For countries in West Africa to meet the global compliance level with the Financial Action Task Force’s (FATF) standards, there is a need for them to develop robust risk assessment measures in their operations, Global South Dialogue on Economic Crime (GSDEC) Report, has advised.
The report authored by Nkechikwu Azinge-Egbiri and Kolawole Ebire examined 99 countries globally with a core focus on West Africa in relation to countries’ compliance with the Financial Action Task Force’s (FATF) standards.
It is an 83-page report titled, ‘An Analysis of Compliance and Effectiveness Status of Assessed Countries under the fourth round and its FRSB Equivalent,’ that looked at 99 countries empirically and narrowed down to West African countries.
According to the report, countries that conduct robust risk assessments have a deeper understanding of their risks and comply strongly with the FATF standards.
It, however, pointed out that the much-improved FATF methodology still has challenges as its applicability has unintended consequences for developing countries.
The report also explored the factors that determine the compliance outcomes of countries, including the influence of factors such as the FATF methodology, the composition of assessment experts, and language.
Commenting on the report, Joy Malala, assistant professor at the University of Warwick and founding member of GSDEC, said the report was timely and demonstrates the challenges Global South countries face with transplantation.
Malala said that 2020 was a turning point for digital financial services across the globe as a result of the Covid-19 pandemic yet it brought on challenges.
“FATF digital identities directive brought in to address the challenges associated with digital financial services is something the developing countries will struggle with due to the likely unintended consequences such as its exclusionary nature,” Malala said.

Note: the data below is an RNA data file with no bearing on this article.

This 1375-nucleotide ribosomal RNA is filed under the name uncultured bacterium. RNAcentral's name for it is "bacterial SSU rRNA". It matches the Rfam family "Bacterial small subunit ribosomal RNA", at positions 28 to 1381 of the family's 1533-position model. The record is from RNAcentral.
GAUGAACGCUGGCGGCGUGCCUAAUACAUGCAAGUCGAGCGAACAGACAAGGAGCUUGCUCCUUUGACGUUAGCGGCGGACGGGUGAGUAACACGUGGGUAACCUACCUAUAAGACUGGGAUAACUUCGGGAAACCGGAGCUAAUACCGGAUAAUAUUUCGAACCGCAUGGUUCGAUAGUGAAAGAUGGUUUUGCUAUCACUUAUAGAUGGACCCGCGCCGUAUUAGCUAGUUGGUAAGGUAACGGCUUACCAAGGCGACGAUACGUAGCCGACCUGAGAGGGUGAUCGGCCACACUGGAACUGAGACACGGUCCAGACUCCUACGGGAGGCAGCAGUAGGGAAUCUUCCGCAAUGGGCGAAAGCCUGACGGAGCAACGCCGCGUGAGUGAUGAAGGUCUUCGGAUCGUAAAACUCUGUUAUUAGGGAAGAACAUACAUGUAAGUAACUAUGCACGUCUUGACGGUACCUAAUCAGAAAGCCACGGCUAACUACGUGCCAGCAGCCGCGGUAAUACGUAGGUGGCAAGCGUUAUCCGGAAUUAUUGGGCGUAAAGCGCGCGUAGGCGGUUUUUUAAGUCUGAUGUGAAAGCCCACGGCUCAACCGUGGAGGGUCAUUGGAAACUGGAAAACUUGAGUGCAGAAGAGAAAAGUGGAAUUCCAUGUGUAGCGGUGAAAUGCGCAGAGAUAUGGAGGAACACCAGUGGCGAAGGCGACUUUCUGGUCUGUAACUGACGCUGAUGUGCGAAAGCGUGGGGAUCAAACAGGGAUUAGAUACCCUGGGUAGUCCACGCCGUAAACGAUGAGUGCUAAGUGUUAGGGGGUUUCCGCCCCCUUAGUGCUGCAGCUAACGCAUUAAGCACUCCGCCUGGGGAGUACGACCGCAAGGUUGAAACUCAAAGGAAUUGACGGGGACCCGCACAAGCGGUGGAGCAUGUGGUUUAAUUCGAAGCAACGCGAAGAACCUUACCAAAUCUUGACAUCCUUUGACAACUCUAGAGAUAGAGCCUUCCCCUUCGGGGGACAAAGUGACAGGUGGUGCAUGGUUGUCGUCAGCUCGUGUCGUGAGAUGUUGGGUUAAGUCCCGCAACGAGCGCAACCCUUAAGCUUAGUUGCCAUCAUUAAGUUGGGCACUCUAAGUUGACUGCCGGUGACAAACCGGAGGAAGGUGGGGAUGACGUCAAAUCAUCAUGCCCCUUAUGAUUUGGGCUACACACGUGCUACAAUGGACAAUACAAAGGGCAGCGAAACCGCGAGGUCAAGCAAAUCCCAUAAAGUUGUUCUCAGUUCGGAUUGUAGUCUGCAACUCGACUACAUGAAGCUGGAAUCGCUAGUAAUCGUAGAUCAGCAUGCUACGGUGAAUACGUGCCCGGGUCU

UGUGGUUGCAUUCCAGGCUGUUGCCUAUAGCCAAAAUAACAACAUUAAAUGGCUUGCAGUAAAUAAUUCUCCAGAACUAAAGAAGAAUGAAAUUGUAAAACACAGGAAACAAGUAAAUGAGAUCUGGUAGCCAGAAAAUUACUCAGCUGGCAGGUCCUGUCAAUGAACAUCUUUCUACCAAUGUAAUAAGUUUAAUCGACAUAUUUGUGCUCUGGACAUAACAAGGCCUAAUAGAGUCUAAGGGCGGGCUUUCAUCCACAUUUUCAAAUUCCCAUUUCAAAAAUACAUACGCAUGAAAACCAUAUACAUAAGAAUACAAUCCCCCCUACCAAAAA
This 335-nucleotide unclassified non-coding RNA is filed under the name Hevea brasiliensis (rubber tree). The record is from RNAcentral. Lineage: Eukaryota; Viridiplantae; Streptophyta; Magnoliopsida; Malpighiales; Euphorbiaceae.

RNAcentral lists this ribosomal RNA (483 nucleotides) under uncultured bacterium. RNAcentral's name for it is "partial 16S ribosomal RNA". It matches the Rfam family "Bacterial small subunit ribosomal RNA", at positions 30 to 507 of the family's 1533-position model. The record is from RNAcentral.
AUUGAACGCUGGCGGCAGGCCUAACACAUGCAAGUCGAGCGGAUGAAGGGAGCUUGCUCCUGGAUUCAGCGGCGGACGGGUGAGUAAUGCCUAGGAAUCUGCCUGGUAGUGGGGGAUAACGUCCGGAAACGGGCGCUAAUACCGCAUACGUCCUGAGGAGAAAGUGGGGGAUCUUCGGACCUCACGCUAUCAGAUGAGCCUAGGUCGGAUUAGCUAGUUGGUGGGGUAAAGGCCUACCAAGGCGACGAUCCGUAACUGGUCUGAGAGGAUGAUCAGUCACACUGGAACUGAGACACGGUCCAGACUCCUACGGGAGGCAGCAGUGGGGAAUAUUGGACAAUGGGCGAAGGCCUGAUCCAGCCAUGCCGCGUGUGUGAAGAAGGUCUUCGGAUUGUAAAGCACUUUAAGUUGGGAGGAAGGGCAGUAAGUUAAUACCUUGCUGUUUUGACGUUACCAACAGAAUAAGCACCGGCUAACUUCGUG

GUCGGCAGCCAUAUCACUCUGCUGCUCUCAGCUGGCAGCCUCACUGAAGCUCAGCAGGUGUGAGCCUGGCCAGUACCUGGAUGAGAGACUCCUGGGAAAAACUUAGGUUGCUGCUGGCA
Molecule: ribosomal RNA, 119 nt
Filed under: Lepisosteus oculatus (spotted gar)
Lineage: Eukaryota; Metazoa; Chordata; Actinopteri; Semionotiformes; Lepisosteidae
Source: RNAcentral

She said that the FATF’s directive can be effectively adapted to the cybercrime landscape of developing countries if carefully assessed.
“The impact of the digital identification rollout on vulnerable population segments needs to be explored on a regional basis in order to maintain the secure and inclusive provision of financial services,” she added.
During Azinge-Egbiri and Ebire’s research, the FATF commenced an ‘unintended consequences’ project which prompted the GSDEC to host a conference themed ‘Global Anti-Money Laundering Standards: Errors of Transplantation and Unintended Consequences in April 2022’.
The conference brought academics and stakeholders together to discuss pertinent issues that cut across the implications of the FATF’s standards on implementation, civil societies, financial inclusion, and technology. The dynamics of blacklisting and de-risking were also discussed.
Eminent participants include Louis de Koker, of La Trobe University Australia, who delivered the keynote speech and said, the Global South, through expert research findings, has a role to play to prevent the unintended consequences of the FATF standards.
Anthony Idigbe, the senior partner of PUNUKA Associates, said that beyond representation within global bodies, the Global South needs to focus on expertise to ensure that the global norms suit their terrain.